“My colleagues do not appreciate me enough. They do not like what I do”.
Does this brief little statement written on a tiny piece of paper look dangerous, offensive or overwhelming? It looks like two short sentences, but hardly resembles a terrifying monster. Two sentences have no power to turn life into a nightmare. Two sentences have no power to kill motivation, self-respect and inspiration either. It’s ridiculous, isn’t it, to even attempt to prove some deeper truth from a few, inconsequential words. Neither is there any point in trying to engage in a discussion with the words: First of all, a statement does not hear you. Secondly, you definitely do not owe anything to the statement, which was written by your own hand….
Should you try to prove yourself to your colleagues, then? Believe it or not, people are always preoccupied by their own fears and anxieties, and in the majority of cases don’t really care how good or bad your presentation was. So, there is no point in trying to persuade them that your presentation was brilliant. Moreover, it really doesn’t matter as it’s done. Past. History. Finito. All you can really do is try to make the next one better!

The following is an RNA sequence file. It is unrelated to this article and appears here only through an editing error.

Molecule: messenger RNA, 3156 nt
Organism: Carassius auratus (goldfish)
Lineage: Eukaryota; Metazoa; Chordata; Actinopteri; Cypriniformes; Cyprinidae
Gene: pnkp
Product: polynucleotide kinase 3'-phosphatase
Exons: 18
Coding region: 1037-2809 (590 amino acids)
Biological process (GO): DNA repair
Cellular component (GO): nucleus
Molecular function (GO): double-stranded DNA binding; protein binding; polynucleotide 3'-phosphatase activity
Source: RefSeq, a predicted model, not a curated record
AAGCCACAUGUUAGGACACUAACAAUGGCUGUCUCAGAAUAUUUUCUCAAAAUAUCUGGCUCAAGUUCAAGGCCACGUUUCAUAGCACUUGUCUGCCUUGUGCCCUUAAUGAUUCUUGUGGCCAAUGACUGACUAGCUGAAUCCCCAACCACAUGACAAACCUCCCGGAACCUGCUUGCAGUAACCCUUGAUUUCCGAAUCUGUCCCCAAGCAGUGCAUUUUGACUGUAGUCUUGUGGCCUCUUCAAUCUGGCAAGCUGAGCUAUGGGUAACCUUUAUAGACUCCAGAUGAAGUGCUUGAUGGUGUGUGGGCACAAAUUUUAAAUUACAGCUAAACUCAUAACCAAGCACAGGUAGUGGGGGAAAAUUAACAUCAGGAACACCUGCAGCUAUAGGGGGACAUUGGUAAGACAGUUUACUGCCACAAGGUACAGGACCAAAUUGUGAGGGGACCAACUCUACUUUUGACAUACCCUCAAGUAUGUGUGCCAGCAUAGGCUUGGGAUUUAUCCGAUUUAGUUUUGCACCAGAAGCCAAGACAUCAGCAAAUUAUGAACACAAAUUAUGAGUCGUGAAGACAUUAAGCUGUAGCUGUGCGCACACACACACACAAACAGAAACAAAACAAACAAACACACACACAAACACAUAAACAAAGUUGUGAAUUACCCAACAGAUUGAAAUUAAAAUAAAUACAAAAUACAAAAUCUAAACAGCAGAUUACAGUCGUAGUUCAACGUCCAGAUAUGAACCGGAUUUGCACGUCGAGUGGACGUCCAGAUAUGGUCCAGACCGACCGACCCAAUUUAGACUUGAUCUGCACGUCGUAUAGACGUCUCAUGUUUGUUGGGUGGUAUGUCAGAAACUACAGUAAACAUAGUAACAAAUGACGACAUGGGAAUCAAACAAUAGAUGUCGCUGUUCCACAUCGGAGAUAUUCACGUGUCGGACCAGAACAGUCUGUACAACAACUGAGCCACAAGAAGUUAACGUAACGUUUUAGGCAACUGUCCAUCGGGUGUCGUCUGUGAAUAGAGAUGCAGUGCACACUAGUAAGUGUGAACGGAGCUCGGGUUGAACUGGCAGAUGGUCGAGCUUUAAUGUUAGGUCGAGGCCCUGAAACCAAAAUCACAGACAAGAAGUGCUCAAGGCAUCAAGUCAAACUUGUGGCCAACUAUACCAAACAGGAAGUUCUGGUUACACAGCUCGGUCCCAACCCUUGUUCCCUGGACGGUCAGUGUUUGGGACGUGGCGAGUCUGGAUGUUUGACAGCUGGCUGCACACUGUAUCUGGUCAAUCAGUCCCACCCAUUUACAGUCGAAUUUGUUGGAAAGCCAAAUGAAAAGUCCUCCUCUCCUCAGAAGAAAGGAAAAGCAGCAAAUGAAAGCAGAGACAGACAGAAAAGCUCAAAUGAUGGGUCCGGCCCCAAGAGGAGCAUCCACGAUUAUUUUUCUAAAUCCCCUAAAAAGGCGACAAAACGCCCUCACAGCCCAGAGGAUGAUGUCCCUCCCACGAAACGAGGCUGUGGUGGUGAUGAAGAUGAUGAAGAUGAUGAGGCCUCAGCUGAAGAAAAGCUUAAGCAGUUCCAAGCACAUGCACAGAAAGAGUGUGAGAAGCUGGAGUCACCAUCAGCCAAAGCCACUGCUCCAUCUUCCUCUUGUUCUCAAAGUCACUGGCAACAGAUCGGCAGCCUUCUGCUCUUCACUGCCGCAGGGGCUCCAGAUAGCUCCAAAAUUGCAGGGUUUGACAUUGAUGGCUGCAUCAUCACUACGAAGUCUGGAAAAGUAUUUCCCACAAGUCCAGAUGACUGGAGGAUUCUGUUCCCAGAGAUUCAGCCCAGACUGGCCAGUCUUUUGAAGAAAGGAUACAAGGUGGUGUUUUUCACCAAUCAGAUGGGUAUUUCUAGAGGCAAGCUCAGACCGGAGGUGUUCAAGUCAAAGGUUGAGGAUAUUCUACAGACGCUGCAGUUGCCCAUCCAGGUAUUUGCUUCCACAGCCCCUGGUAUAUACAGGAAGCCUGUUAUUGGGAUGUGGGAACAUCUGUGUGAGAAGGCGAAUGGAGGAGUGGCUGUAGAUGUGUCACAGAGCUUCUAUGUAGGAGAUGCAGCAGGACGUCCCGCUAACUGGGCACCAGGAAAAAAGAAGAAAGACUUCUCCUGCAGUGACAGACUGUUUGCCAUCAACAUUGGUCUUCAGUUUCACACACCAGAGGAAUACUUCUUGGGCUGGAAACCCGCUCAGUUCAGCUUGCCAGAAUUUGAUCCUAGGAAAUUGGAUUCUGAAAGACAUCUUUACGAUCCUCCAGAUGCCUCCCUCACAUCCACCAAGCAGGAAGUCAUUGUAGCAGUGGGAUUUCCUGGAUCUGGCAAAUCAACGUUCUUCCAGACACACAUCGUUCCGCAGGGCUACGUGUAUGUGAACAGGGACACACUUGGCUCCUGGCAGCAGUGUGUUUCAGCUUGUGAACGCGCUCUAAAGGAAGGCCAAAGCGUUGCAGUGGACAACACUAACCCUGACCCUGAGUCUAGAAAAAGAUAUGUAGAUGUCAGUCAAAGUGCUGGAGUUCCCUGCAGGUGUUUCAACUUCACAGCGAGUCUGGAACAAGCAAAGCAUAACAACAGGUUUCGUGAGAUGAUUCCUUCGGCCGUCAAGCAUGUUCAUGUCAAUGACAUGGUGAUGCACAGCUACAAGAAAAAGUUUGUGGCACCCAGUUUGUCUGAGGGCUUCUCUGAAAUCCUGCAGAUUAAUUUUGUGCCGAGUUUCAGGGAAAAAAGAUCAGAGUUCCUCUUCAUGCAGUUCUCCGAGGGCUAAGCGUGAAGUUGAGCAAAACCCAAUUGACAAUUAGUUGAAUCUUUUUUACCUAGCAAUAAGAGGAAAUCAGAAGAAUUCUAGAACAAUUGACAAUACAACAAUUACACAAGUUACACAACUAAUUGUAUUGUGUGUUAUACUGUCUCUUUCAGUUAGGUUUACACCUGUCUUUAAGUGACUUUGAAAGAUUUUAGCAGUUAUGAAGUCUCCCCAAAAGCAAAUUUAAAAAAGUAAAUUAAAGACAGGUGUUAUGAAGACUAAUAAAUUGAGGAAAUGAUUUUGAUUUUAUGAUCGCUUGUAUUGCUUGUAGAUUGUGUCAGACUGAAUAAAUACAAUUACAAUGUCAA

This is just an example of how you can learn to deal with overwhelming thoughts. To recap: kick them out of your head as soon as they appear. Put them down on paper, and read them. Ridiculous, aren’t they?
I always carry a little notebook where I can write various thoughts that pop into my head. These could be creative ideas, plans, little tasks I should not forget to do or annoying emotions I want to dispose of.
David Allen also recommends putting thought on paper in order to keep the mind fresh and pure: “Writing thoughts down gets them out of your head, clearing your brain of those things that are interfering with your ability to focus on what’s really important”. Such tactics can help to eliminate negativity at its inception, giving you the mental space, and peace, you need to concentrate on what needs to be done at that particular moment.
Classify and break down thoughts
Once all thoughts are written down – sort them out. Personally, I firstly split them into two main categories: emotions and actions. Once classified in this way, the discord and ‘noise’ in your mind caused by the basic problem of effectively organizing your daily life will die down, and you’ll be able to view the day ahead more calmly and objectively.